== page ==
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'Absolute bare minimum': Police anti-racism efforts criticized in Calgary

Last Updated Mar 24, 2021 at 1:57 pm MDT

A Black Lives Matter rally held in downtown Calgary on June 1, 2020. (PHOTO: Tom Ross, 660 NEWS)

CALGARY (660 NEWS) — Following a fresh series of hate-motivated attacks in Calgary this past weekend, the chief of police addressed some issues that have come to light in the city.

During a Calgary Police Commission meeting on Tuesday, Chief Constable Mark Neufeld and police officials discussed the spate of attacks that have made headlines, as well as police actions at the weekly protests being held in opposition to COVID-19 health protocols.

“I do get the public sentiment, people are largely pissed off with–especially right now while we’re flirting with a third wave of COVID-19–with what they’re seeing in terms of what I think is rather poor judgement around your community and public health orders,” said Neufeld.

He said this is a “challenging situation” with how they handle the protests and they are getting “beat up” over their handling of it, particularly on social media.

“I’m not making any excuses, I’m simply saying this bumps up against the Canadian Charter of Rights and Freedoms.”

On the criticism of officers wearing thin blue line patches, including two officers who responded to an alleged assault during a protest on Saturday, Neufeld said feelings around the patch differ widely.

“There’s a lot of people on social media saying, ‘If you’re wearing these symbols you should be terminated, you’re a racist, you’re a fascist.’ I don’t believe that, quite frankly, and that’s not how we look at that insignia inside the organization,” he said. “Can it be rehabilitated? I don’t know the answer to that. That will come in the conversation but at the end of the day we will get to the right answer.”

Neufeld and the commission were confronted on the issue of the thin blue line patches by local activist Taylor McNallie with Inclusive Canada. She said the imagery is clearly rooted in racism, in line with a troubling history of police around the world and in Canada.

“To the rest of the population, the symbol represents a blue wall of silence, an informal code of not reporting misconduct among law enforcement officers and stands in solidarity against the very people you’re supposedly meant to protect,” she said.

Neufeld said in his statements to the commission that while the symbol has been used by far right groups, particularly in the United States, he still feels it has a more positive connotation in Calgary. However, it has also been used by far right groups during protests in this city as well.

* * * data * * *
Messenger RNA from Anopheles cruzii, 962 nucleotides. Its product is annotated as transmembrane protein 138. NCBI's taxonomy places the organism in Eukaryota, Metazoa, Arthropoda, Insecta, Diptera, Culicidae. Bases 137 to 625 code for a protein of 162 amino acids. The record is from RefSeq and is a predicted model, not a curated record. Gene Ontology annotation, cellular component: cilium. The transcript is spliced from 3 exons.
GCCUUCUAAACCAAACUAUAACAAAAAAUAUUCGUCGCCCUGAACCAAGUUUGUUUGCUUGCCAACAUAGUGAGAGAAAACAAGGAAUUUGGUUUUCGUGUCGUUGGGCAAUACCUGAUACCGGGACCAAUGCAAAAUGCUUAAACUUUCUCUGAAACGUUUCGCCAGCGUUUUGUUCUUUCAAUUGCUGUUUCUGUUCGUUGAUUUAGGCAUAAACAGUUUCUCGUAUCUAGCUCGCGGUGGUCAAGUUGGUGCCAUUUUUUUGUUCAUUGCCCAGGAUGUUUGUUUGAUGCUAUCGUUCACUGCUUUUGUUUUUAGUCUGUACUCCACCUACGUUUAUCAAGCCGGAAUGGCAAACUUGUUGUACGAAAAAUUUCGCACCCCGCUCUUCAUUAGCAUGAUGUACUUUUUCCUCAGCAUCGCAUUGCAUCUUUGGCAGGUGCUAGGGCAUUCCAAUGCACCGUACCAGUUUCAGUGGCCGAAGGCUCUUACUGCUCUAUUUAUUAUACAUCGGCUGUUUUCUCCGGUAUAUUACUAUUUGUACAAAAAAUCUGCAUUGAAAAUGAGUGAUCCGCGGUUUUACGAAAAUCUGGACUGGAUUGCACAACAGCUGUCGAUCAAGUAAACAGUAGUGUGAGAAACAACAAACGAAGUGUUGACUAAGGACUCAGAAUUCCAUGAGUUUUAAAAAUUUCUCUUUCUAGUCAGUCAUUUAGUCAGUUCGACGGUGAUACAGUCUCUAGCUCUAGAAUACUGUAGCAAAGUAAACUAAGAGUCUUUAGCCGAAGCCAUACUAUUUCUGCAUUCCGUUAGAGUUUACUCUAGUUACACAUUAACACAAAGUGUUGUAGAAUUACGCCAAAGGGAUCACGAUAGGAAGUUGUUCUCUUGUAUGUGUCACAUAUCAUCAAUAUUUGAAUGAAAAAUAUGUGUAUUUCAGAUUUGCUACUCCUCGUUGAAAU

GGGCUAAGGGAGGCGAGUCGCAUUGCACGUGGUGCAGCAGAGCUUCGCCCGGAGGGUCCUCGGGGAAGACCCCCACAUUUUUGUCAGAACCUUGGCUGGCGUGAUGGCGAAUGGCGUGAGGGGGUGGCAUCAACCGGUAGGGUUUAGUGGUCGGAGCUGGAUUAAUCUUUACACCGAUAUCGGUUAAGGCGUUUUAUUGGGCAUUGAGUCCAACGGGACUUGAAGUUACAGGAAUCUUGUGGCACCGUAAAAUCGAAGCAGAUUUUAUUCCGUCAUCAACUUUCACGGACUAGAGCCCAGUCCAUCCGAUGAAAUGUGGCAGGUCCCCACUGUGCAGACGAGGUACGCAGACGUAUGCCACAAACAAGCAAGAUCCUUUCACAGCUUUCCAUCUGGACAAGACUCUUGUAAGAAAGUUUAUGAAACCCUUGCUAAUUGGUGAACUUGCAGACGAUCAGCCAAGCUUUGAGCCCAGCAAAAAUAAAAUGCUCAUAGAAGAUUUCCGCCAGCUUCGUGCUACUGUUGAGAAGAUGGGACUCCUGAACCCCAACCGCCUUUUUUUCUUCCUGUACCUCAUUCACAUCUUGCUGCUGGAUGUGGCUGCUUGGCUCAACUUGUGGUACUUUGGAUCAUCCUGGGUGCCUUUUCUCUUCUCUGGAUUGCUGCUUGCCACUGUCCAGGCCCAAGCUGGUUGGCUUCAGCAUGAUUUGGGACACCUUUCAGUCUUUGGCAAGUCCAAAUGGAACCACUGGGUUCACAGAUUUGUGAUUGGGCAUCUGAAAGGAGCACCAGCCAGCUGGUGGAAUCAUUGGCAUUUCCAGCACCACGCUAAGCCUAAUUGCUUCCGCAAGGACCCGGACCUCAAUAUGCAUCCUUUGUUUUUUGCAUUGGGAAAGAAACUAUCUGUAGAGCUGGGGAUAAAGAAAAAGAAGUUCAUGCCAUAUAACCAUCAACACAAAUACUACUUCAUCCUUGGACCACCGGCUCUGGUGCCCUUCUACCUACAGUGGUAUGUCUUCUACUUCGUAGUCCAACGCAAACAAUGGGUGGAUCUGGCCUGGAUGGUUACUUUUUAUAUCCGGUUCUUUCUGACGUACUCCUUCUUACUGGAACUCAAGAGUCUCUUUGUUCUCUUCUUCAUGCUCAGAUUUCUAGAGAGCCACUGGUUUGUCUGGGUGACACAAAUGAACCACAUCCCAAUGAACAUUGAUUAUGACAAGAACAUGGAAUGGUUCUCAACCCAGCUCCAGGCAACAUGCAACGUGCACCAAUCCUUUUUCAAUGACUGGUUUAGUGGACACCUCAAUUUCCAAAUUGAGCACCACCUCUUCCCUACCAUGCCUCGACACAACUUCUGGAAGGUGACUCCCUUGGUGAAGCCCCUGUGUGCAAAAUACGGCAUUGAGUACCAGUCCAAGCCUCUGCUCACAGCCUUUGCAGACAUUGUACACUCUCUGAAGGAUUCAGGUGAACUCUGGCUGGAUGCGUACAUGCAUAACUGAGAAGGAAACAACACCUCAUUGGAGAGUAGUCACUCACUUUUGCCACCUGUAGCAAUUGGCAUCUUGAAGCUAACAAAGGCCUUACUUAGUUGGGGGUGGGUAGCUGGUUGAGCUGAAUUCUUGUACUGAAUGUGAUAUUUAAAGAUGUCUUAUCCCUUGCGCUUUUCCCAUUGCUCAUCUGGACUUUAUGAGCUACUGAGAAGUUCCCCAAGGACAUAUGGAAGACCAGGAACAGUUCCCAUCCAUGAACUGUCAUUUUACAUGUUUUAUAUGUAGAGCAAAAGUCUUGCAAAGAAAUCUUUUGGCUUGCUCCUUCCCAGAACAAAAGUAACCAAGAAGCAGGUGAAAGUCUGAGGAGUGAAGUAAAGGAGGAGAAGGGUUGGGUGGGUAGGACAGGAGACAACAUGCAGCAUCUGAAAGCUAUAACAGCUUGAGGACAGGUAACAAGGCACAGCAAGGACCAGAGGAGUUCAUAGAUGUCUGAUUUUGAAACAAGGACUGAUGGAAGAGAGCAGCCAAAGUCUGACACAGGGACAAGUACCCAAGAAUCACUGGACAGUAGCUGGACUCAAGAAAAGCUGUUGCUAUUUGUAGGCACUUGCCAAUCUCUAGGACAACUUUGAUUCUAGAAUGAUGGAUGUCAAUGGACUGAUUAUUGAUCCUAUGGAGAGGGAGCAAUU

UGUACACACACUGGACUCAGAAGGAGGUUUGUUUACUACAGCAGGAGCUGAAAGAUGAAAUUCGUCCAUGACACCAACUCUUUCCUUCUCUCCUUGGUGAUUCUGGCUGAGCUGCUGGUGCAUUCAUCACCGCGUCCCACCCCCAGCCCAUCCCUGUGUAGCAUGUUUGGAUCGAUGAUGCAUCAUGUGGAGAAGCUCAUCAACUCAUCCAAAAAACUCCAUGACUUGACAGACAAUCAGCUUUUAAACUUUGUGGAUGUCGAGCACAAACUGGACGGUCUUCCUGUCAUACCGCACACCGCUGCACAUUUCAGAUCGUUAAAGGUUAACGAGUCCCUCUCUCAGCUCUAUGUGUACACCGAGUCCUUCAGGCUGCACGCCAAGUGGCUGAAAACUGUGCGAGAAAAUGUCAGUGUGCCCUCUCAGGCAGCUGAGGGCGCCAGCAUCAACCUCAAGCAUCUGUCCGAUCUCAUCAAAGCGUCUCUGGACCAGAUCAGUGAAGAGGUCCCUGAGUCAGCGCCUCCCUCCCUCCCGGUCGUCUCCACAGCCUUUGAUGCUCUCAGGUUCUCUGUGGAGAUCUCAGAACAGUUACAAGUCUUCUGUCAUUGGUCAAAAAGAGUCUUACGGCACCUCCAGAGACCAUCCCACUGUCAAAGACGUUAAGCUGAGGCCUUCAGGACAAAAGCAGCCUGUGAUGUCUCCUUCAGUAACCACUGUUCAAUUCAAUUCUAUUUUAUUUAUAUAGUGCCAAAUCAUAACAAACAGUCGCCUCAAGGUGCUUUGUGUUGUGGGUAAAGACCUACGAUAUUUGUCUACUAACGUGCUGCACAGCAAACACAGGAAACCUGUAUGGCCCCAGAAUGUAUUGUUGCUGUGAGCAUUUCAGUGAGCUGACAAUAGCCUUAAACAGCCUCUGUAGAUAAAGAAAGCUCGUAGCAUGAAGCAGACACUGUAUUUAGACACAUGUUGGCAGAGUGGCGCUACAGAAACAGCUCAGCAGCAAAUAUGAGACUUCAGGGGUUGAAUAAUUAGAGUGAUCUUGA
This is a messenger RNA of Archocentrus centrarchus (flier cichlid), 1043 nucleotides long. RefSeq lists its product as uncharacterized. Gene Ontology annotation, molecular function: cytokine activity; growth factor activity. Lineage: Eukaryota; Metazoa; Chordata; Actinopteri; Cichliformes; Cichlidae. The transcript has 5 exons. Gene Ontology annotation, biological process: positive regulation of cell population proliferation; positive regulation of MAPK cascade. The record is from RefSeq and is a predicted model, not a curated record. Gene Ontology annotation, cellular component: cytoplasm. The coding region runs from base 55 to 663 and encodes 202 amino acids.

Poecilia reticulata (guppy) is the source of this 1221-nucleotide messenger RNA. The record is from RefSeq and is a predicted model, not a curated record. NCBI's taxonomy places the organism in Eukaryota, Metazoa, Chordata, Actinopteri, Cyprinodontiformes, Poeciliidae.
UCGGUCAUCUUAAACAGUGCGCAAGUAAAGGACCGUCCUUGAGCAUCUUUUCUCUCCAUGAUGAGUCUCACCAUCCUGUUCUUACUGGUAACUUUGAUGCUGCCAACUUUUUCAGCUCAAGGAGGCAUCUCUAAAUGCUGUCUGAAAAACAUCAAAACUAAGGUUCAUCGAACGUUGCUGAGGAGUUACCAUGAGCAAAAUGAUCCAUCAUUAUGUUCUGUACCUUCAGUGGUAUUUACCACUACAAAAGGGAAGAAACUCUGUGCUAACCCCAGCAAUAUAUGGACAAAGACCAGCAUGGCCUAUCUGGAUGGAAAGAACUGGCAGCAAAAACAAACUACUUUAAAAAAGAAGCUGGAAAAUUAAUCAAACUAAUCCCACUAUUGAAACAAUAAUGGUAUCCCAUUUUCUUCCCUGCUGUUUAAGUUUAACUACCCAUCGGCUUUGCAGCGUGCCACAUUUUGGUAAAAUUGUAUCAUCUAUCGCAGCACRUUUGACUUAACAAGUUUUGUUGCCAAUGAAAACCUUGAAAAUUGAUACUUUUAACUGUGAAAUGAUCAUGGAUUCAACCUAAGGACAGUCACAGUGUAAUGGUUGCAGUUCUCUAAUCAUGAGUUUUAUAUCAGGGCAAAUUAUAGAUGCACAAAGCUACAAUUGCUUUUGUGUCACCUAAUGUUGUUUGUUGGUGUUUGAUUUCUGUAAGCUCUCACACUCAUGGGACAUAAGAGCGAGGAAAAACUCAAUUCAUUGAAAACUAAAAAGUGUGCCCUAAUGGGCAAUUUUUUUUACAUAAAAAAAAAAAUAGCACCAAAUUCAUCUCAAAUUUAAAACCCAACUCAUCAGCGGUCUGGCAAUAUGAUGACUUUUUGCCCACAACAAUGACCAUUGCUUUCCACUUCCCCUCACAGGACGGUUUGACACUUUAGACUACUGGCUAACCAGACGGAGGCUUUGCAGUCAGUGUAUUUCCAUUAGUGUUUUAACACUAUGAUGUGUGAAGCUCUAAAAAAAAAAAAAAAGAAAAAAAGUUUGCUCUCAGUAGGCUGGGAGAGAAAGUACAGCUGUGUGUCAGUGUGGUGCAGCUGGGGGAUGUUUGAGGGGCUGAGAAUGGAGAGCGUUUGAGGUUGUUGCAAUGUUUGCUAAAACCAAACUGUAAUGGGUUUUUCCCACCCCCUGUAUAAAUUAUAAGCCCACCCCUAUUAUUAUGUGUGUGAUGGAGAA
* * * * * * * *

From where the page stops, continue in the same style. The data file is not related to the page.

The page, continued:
McNallie told 660 NEWS this shows there is an issue of cognitive dissonance on the part of local police.

“It’s not hard to figure out what the issue is with this symbol, and know these conversations have already been had,” she said.

She said the fact that citizens like herself only have a few minutes to voice their concerns to the commission, while the chief can speak for much longer and in her words get “defensive” about the criticism, highlights another disparity.

“So there’s no opportunity for a two-way conversation,” she said. “It’s just proof they are doing the absolute bare minimum. Even with their anti-racism committee, meeting once a month is not going to do anything.”

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Neufeld said conversations around topics like the thin blue line symbol will be continuing, although prior discussions were put on hold following the death of Sgt. Andrew Harnett on New Year’s Eve, and said social media was not the best place to hold court on the issue.

Speaking of social media, McNallie initially shared photos and video of the alleged attack on Saturday, where a man in a wheelchair was punched by a man wearing a white supremacist shirt during the anti-mask protest. Neufeld criticized the post during the commission meeting and said the video “starts where the person that posted it wants it to start,” and he will try to get more information.

McNallie, who was not at the rally herself but received the information and photos through a group chat with people who were witnesses to the incident, said accusations that the video is somehow doctored are incorrect and it was shared as is. She said the police should come forward with any body-worn camera footage to corroborate claims the incident went differently.

Neufeld said there is a chance charges will be laid once more investigation has been completed.

While the police said they are continuing to develop more changes in relation to the newly formed anti-racism committee, McNallie said it is becoming tiring to voice up during these meetings and other police meetings around the province, to continually bring up the same topics without any action being taken.

“Racialized people are sitting in these meetings for hours. We’re putting in so much emotional labour, we’re not getting paid for our time, we’re reliving our trauma. We are providing our problems while also providing solutions and they still just keep coming and asking, ‘Well, what do we do? We don’t know what to do, what do you think we should do?’ And it’s like, we’ve been telling you for years.”

At the end of it all, she said people should not be surprised about these incidents, also including the attack against two Muslim women in Calgary this past Sunday and a series of anti-Muslim attacks in Edmonton over past months. McNallie said this is not about a rise in incidents, it’s just that they are getting more publicity after being pushed to the background for so long.

“As a Black woman, this is just normal. This is Alberta,” she said. “It’s very frustrating when people continue to say this isn’t Alberta, this isn’t the Alberta I know, this isn’t the Canada I know. It’s a very privileged viewpoint.

“This is the only life I’ve ever known.”